Whittier is located at the head of Passage Canal on the west side of Prince William Sound. It is a gateway which thousands of visitors travel through into Prince William Sound each year.  Whittier’s location on Prince William Sound attracts visitors for sports and commercial fishing, subsistence activities, boating, and kayaking. Fish harvested in this area include cod, halibut, rockfish, and salmon. Crab and shrimp are also available. Area game hunting includes deer, caribou, moose, and bear. Whittier is also a good bird watching destination.

For more information, please visit City of Whittier.

Cordova District Fishermen United 

The Cordova District Fishermen United  is a nonprofit organization of Cordova area fishermen who have banded together “to preserve and protect Area E fisheries, and promote safety at sea.”

For more information, please visit Cordova District Fisherman United.

Kenai Peninsula Borough

The Kenai Peninsula Borough lies directly south of Anchorage, Alaska’s principal population center. On its south and east sides, it is bordered by the Gulf of Alaska and Prince William Sound, respectively. Cook Inlet divides the borough into two landmasses. The Kenai Peninsula Borough was incorporated in 1964. The Borough’s governmental responsibilities are comparable to those of a county. The Kenai Peninsula has one of the most diverse economies in Alaska. Major industries such as oil and gas, commercial fishing, and tourism strengthen the economy. Commercial fishing and processing included salmon, halibut, crab, shrimp, clams, scallops, herring, and various groundfish.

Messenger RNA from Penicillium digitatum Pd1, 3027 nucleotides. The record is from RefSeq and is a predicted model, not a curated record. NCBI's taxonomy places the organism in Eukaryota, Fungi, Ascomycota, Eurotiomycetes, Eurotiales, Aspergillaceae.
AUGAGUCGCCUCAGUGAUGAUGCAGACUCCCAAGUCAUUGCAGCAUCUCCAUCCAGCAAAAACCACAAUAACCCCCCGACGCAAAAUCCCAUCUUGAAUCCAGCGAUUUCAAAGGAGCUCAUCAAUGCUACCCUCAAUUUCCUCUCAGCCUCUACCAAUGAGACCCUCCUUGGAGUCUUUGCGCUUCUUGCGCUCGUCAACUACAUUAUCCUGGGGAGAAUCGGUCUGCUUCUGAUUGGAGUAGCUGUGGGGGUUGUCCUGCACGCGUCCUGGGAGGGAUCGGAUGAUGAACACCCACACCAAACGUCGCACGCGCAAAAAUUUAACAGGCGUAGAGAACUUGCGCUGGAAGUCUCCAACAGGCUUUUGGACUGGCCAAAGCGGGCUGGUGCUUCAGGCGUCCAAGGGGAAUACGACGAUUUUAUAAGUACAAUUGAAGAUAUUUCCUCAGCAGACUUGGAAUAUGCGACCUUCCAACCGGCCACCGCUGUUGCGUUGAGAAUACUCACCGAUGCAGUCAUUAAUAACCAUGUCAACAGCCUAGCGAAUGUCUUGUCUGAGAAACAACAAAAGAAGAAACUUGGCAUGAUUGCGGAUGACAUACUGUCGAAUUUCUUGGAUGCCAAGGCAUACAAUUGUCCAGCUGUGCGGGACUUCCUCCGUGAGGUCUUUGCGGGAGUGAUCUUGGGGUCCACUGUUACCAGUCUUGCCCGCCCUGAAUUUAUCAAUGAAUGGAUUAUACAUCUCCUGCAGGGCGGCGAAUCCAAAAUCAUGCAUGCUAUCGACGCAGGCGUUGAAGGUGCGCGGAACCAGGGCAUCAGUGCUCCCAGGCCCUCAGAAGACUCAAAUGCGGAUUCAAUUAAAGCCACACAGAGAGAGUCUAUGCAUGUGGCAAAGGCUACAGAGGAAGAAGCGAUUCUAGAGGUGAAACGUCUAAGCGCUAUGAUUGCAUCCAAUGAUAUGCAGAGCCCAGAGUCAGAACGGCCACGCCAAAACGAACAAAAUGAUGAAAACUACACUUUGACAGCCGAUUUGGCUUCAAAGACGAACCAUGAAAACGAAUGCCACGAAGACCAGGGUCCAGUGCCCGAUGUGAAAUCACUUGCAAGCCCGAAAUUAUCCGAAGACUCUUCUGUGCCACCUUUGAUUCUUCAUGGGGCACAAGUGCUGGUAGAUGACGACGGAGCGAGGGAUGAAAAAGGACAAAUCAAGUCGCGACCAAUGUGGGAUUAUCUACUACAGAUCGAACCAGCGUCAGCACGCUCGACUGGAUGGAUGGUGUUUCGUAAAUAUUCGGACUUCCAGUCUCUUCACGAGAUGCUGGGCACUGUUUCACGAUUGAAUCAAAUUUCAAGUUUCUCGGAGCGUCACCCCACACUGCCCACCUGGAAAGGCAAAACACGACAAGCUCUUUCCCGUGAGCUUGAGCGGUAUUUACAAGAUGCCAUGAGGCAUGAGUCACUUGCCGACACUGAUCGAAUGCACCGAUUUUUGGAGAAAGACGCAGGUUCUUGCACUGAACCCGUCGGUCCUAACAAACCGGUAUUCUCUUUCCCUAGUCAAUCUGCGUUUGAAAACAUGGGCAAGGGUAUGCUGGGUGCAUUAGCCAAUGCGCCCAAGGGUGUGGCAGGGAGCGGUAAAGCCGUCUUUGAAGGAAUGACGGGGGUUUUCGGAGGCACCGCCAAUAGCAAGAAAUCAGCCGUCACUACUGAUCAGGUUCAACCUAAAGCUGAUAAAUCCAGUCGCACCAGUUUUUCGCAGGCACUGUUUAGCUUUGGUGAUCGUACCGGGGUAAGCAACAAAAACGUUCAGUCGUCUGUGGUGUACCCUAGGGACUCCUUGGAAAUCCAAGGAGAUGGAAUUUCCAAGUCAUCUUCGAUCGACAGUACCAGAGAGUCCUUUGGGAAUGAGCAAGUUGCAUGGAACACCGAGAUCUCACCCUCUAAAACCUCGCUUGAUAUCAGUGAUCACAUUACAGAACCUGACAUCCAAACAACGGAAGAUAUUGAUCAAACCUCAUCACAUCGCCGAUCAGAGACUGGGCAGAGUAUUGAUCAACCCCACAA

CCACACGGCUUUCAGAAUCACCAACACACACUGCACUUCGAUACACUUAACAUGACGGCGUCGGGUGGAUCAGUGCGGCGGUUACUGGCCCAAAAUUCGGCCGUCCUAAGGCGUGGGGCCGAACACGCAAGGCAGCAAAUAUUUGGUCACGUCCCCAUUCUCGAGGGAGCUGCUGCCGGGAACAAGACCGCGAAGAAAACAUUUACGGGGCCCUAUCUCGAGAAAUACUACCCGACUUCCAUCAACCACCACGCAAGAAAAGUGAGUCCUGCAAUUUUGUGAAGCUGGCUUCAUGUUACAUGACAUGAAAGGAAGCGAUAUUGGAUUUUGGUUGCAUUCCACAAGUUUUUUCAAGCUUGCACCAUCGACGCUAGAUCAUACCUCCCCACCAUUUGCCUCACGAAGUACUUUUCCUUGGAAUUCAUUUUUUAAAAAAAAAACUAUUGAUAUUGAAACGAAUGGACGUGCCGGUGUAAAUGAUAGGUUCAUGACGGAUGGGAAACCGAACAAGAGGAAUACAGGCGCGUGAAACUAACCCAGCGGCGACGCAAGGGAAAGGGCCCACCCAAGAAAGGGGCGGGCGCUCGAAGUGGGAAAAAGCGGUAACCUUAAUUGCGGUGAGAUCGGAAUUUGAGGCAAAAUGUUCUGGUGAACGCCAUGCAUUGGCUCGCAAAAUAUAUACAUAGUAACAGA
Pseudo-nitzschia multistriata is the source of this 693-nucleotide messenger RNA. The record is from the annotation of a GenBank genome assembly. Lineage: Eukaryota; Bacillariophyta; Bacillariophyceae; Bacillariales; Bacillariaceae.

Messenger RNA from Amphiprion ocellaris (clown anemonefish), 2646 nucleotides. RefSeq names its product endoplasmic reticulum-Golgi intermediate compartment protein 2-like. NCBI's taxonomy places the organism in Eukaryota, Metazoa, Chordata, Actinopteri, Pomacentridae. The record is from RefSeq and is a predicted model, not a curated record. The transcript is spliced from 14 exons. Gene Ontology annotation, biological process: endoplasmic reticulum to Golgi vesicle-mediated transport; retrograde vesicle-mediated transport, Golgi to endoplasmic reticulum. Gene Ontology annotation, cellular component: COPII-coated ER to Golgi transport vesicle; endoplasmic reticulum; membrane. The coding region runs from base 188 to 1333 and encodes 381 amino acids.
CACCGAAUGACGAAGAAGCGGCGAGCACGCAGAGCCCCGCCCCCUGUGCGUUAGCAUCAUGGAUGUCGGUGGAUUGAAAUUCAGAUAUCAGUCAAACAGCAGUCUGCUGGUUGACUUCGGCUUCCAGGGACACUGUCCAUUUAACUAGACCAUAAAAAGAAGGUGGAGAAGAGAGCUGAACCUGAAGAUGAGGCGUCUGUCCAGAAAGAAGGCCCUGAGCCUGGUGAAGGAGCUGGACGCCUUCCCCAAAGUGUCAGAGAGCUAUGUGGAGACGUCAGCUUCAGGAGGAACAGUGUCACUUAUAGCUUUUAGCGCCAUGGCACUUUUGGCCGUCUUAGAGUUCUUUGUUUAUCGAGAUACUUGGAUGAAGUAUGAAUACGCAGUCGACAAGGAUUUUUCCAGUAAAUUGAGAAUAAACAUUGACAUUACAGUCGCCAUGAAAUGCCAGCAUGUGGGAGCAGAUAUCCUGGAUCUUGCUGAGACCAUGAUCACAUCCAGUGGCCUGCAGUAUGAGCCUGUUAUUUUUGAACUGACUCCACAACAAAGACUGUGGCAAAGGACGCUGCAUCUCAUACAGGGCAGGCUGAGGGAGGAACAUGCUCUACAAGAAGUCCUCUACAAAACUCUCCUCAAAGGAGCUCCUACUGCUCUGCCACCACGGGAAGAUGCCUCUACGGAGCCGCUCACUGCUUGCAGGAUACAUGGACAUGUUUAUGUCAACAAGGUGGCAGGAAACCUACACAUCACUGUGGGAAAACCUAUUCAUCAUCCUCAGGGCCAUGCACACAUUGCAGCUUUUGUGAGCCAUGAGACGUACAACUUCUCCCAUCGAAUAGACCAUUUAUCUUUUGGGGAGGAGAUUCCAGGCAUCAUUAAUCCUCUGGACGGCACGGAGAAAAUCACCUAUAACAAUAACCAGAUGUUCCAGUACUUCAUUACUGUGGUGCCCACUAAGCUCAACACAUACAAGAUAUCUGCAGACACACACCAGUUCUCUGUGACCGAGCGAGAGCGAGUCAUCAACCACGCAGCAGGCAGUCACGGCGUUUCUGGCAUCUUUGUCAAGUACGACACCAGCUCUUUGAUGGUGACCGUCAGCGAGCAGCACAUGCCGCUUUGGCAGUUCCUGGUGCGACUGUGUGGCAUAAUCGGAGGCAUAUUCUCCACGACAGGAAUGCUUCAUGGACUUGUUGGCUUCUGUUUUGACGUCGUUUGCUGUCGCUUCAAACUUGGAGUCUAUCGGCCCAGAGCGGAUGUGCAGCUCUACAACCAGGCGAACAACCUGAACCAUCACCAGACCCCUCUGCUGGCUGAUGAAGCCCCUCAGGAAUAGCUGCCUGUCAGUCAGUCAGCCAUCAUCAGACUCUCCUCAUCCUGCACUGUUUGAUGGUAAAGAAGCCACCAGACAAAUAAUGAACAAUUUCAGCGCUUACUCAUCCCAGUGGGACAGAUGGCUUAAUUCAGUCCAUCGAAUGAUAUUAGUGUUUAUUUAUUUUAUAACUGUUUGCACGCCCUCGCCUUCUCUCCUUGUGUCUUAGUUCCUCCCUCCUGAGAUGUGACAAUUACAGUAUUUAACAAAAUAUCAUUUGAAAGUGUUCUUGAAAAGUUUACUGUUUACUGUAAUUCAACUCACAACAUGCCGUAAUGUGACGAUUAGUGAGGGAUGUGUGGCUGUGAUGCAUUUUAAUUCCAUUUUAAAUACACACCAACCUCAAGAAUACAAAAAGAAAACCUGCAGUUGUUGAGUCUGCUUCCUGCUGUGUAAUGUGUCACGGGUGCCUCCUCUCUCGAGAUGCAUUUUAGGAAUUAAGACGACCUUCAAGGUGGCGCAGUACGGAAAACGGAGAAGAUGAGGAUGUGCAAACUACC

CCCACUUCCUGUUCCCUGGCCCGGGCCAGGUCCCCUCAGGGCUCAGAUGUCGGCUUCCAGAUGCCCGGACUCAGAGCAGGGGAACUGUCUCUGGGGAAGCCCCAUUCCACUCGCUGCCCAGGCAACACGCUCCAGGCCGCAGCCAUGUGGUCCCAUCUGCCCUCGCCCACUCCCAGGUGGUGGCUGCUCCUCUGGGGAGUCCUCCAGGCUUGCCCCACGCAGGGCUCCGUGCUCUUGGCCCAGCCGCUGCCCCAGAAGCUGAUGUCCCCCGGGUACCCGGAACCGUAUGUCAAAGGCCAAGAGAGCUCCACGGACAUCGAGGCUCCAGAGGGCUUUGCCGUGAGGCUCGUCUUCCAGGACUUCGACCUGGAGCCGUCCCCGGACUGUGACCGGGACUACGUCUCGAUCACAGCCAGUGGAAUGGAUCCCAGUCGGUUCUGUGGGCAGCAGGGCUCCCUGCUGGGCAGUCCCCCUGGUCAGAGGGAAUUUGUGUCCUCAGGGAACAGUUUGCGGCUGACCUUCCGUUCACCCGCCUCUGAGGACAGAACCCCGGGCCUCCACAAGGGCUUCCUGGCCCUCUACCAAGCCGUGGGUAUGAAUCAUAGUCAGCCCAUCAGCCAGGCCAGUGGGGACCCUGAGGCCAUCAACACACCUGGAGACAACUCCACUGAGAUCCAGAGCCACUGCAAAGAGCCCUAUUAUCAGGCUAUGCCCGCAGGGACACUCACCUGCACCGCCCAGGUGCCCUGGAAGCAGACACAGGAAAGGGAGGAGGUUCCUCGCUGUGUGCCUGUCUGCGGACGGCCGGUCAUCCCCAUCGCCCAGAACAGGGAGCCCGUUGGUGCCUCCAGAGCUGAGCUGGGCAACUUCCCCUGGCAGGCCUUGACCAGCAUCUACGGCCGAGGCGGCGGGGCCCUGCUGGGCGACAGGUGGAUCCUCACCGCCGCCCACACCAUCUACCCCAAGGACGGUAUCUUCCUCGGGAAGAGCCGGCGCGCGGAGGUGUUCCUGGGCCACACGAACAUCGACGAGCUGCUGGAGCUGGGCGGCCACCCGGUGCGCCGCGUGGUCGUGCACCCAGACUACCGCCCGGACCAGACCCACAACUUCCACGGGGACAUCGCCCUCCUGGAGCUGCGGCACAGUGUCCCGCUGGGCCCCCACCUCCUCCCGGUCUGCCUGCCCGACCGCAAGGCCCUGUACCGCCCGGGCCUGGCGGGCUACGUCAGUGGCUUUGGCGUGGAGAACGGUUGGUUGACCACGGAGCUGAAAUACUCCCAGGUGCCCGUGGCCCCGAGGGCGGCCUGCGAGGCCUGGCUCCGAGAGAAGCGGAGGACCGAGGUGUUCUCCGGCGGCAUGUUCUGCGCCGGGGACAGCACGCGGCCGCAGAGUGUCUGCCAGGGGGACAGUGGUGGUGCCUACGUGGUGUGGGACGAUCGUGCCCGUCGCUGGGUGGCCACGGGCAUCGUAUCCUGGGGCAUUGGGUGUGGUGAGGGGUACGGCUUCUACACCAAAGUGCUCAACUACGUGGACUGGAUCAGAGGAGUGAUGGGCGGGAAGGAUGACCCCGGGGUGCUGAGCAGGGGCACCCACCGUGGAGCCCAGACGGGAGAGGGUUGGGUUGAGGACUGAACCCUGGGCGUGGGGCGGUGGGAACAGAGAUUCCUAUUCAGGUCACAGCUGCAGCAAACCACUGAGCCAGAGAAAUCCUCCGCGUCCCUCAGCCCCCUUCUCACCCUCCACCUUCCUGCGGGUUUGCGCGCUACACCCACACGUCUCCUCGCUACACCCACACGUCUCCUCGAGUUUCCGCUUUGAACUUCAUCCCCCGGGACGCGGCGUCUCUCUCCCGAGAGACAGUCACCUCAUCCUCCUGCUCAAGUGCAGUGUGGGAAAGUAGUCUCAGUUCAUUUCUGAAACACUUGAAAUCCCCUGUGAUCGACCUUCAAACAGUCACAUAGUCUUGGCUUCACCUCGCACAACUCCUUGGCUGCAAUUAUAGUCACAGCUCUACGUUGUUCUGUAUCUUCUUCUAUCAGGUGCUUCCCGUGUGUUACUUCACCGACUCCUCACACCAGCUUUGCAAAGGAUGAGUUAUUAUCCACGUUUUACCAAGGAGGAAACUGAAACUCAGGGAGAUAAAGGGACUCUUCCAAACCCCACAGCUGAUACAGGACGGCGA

For more information, please visit Kenai Peninsula Borough.

Kodiak Island Borough

Kodiak Island Borough’s estimated size is approximately 6,559 sq. miles of land and 5,463 sq. miles of water. The borough contains the entire Kodiak Archipelago and also parts of the Alaska Peninsula that drain into the Pacific Ocean. There are four national wildlife refuges (Kodiak, Alaska Maritime, Becharof, and Alaska Peninsula) with land in the borough, as well as Katmai National Park, and Shuyak and Afognak Islands State Parks. Commercial fishing and seafood processing, logging, recreational hunting and fishing, tourism, and the U.S. Coast Guard fuel Kodiak’s economy.

For more information, please visit Kodiak Island Borough.

Kodiak Village Mayors Association